Despite the high degradability of their proteins, grass and legume silages represent an important option to reach more sustainable livestock systems. To improve the nitrogen use efficiency of these crops, this study assessed the potential of several additives (chestnut tannins, oak tannins, zeolite, erythritol by-product solution and wood molasses) to reduce proteolysis in the silo and in vitro nitrogen degradability. Ryegrass (Lolium multiflorum) and red clover (Trifolium pratense) were ensiled in varying proportions in laboratory-scale silos made of vacuum-packed plastic bags. Dry-matter content, chemical composition, pH, ammonia and volatile fatty acids content were analysed after 34 days of ensiling. Ruminal nitrogen degradability was assessed in vitro (Aufrère & Cartailler, 1988). We observed that the proportion of ammonia in silage was reduced by the addition of oak tannin (−12%) and zeolite (−16%). The addition of zeolite lowered in vitro organic matter digestibility. Rapidly degradable nitrogen (1-hr degradability) was reduced in vitro by both tannins (−6.8% for chestnut and −6.6% for oak) and zeolite (−5.8%), but total degradable nitrogen (24-hr degradability) was only reduced by oak (−6.5%) and chestnut tannins (−7.3%). It suggests that tannins protected proteins from plant and bacterial enzymes by forming a complex that better resists silage fermentations and in vitro protease action. The reduction effects on proteolysis in the silo and on in vitro ruminal nitrogen degradability are limited individually but could be cumulative. Erythritol by-product solution and wood molasses had no effect on silo or in vitro proteolysis. [less ▲]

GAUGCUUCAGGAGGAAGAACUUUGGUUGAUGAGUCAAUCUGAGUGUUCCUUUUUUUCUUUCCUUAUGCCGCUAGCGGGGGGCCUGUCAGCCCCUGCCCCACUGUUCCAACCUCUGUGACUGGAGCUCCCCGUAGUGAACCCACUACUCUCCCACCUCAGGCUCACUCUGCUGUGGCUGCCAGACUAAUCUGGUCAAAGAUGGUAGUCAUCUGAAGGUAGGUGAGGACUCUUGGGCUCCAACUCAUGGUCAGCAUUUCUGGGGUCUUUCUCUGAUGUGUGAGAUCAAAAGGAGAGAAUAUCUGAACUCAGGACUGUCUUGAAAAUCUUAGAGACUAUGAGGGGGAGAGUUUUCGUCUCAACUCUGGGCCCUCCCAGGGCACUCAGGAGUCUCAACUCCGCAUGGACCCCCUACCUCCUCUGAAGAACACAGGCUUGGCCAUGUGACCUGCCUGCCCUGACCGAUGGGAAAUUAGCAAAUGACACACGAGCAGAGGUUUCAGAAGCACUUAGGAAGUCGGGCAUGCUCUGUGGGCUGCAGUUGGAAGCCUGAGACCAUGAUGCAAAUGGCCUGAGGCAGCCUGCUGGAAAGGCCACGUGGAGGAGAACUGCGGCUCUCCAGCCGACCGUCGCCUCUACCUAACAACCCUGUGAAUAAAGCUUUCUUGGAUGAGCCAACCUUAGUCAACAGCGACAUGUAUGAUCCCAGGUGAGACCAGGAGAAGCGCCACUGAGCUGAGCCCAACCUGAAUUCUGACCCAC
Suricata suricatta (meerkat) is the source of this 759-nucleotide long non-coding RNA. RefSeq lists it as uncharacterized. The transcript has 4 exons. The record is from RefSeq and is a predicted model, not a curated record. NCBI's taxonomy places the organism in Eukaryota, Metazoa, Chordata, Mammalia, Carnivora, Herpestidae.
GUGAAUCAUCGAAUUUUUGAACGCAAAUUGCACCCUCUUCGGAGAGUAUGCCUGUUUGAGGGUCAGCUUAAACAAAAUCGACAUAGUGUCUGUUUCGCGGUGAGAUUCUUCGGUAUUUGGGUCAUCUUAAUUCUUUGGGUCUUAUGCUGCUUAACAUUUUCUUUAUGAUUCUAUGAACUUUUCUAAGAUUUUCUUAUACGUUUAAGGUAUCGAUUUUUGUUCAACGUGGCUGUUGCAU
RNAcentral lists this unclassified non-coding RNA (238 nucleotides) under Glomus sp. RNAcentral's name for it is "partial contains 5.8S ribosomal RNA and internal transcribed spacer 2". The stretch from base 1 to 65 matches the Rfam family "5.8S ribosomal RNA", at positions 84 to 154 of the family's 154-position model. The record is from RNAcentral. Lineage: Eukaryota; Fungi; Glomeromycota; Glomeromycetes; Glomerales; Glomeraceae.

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See detailHerd position habits can bias net CO2 ecosystem exchange estimates in free range grazed pastures.
Gourlez de la Motte, Louis ULiege; Dumortier, Pierre ULiege; Beckers, Yves ULiege et al

in Agricultural and Forest Meteorology (2019), 268

The eddy covariance (EC) technique has been widely used to quantify the net CO2 ecosystem exchange (NEE) of grasslands, which is an important component of grassland carbon and greenhouse gas budgets. In ... [more ▼]